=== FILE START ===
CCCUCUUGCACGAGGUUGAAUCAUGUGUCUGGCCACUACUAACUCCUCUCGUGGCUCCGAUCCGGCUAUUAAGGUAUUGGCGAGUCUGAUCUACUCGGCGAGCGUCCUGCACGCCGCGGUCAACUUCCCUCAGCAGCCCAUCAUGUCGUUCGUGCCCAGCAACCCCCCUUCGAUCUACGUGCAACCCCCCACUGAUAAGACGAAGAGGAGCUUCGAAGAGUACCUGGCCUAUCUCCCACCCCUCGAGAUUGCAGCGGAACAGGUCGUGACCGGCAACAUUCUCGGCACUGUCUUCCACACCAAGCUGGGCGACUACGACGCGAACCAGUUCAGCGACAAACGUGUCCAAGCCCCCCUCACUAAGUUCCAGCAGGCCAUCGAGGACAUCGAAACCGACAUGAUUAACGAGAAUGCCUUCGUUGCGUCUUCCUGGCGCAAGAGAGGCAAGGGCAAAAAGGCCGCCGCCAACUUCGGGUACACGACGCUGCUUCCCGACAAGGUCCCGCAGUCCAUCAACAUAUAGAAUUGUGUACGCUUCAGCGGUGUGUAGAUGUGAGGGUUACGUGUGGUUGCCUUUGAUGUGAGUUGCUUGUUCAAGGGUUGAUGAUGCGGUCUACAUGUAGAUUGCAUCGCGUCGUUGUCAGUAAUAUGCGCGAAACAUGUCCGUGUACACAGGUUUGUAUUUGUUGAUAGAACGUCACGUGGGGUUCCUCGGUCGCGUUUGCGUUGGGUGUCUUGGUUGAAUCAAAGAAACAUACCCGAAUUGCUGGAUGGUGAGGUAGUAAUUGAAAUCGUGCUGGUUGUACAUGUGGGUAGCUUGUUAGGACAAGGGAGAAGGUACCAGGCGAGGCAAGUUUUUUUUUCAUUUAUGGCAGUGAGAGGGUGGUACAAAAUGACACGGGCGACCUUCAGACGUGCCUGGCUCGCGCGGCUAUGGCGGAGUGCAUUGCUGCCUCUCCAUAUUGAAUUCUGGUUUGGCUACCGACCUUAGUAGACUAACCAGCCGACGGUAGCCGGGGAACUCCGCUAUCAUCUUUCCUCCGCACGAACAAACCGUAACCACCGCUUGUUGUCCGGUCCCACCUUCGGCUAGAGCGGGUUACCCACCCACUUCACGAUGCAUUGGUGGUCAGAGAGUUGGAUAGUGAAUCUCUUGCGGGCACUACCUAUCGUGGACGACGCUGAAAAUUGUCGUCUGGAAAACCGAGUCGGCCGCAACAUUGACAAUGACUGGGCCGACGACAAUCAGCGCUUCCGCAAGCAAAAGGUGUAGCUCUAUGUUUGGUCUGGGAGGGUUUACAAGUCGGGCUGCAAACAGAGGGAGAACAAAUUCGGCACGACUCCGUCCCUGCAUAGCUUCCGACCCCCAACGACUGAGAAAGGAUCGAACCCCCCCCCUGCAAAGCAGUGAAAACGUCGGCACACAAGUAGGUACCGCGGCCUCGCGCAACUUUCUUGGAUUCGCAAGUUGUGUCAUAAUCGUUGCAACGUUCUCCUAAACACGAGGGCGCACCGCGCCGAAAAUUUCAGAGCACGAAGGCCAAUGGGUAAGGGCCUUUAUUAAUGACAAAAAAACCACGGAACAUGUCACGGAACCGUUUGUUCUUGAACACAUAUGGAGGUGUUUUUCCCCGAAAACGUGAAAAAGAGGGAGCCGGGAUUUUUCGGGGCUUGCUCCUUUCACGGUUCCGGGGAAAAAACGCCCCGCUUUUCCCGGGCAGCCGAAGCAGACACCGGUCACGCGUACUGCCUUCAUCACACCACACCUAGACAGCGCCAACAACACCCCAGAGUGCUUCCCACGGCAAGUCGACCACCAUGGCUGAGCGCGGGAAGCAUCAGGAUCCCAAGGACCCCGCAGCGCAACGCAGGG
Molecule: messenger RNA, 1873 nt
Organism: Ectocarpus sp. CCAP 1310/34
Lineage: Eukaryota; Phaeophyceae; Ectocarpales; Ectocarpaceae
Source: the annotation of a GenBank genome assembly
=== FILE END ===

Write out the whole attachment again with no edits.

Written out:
CCCUCUUGCACGAGGUUGAAUCAUGUGUCUGGCCACUACUAACUCCUCUCGUGGCUCCGAUCCGGCUAUUAAGGUAUUGGCGAGUCUGAUCUACUCGGCGAGCGUCCUGCACGCCGCGGUCAACUUCCCUCAGCAGCCCAUCAUGUCGUUCGUGCCCAGCAACCCCCCUUCGAUCUACGUGCAACCCCCCACUGAUAAGACGAAGAGGAGCUUCGAAGAGUACCUGGCCUAUCUCCCACCCCUCGAGAUUGCAGCGGAACAGGUCGUGACCGGCAACAUUCUCGGCACUGUCUUCCACACCAAGCUGGGCGACUACGACGCGAACCAGUUCAGCGACAAACGUGUCCAAGCCCCCCUCACUAAGUUCCAGCAGGCCAUCGAGGACAUCGAAACCGACAUGAUUAACGAGAAUGCCUUCGUUGCGUCUUCCUGGCGCAAGAGAGGCAAGGGCAAAAAGGCCGCCGCCAACUUCGGGUACACGACGCUGCUUCCCGACAAGGUCCCGCAGUCCAUCAACAUAUAGAAUUGUGUACGCUUCAGCGGUGUGUAGAUGUGAGGGUUACGUGUGGUUGCCUUUGAUGUGAGUUGCUUGUUCAAGGGUUGAUGAUGCGGUCUACAUGUAGAUUGCAUCGCGUCGUUGUCAGUAAUAUGCGCGAAACAUGUCCGUGUACACAGGUUUGUAUUUGUUGAUAGAACGUCACGUGGGGUUCCUCGGUCGCGUUUGCGUUGGGUGUCUUGGUUGAAUCAAAGAAACAUACCCGAAUUGCUGGAUGGUGAGGUAGUAAUUGAAAUCGUGCUGGUUGUACAUGUGGGUAGCUUGUUAGGACAAGGGAGAAGGUACCAGGCGAGGCAAGUUUUUUUUUCAUUUAUGGCAGUGAGAGGGUGGUACAAAAUGACACGGGCGACCUUCAGACGUGCCUGGCUCGCGCGGCUAUGGCGGAGUGCAUUGCUGCCUCUCCAUAUUGAAUUCUGGUUUGGCUACCGACCUUAGUAGACUAACCAGCCGACGGUAGCCGGGGAACUCCGCUAUCAUCUUUCCUCCGCACGAACAAACCGUAACCACCGCUUGUUGUCCGGUCCCACCUUCGGCUAGAGCGGGUUACCCACCCACUUCACGAUGCAUUGGUGGUCAGAGAGUUGGAUAGUGAAUCUCUUGCGGGCACUACCUAUCGUGGACGACGCUGAAAAUUGUCGUCUGGAAAACCGAGUCGGCCGCAACAUUGACAAUGACUGGGCCGACGACAAUCAGCGCUUCCGCAAGCAAAAGGUGUAGCUCUAUGUUUGGUCUGGGAGGGUUUACAAGUCGGGCUGCAAACAGAGGGAGAACAAAUUCGGCACGACUCCGUCCCUGCAUAGCUUCCGACCCCCAACGACUGAGAAAGGAUCGAACCCCCCCCCUGCAAAGCAGUGAAAACGUCGGCACACAAGUAGGUACCGCGGCCUCGCGCAACUUUCUUGGAUUCGCAAGUUGUGUCAUAAUCGUUGCAACGUUCUCCUAAACACGAGGGCGCACCGCGCCGAAAAUUUCAGAGCACGAAGGCCAAUGGGUAAGGGCCUUUAUUAAUGACAAAAAAACCACGGAACAUGUCACGGAACCGUUUGUUCUUGAACACAUAUGGAGGUGUUUUUCCCCGAAAACGUGAAAAAGAGGGAGCCGGGAUUUUUCGGGGCUUGCUCCUUUCACGGUUCCGGGGAAAAAACGCCCCGCUUUUCCCGGGCAGCCGAAGCAGACACCGGUCACGCGUACUGCCUUCAUCACACCACACCUAGACAGCGCCAACAACACCCCAGAGUGCUUCCCACGGCAAGUCGACCACCAUGGCUGAGCGCGGGAAGCAUCAGGAUCCCAAGGACCCCGCAGCGCAACGCAGGG
Molecule: messenger RNA, 1873 nt
Organism: Ectocarpus sp. CCAP 1310/34
Lineage: Eukaryota; Phaeophyceae; Ectocarpales; Ectocarpaceae
Source: the annotation of a GenBank genome assembly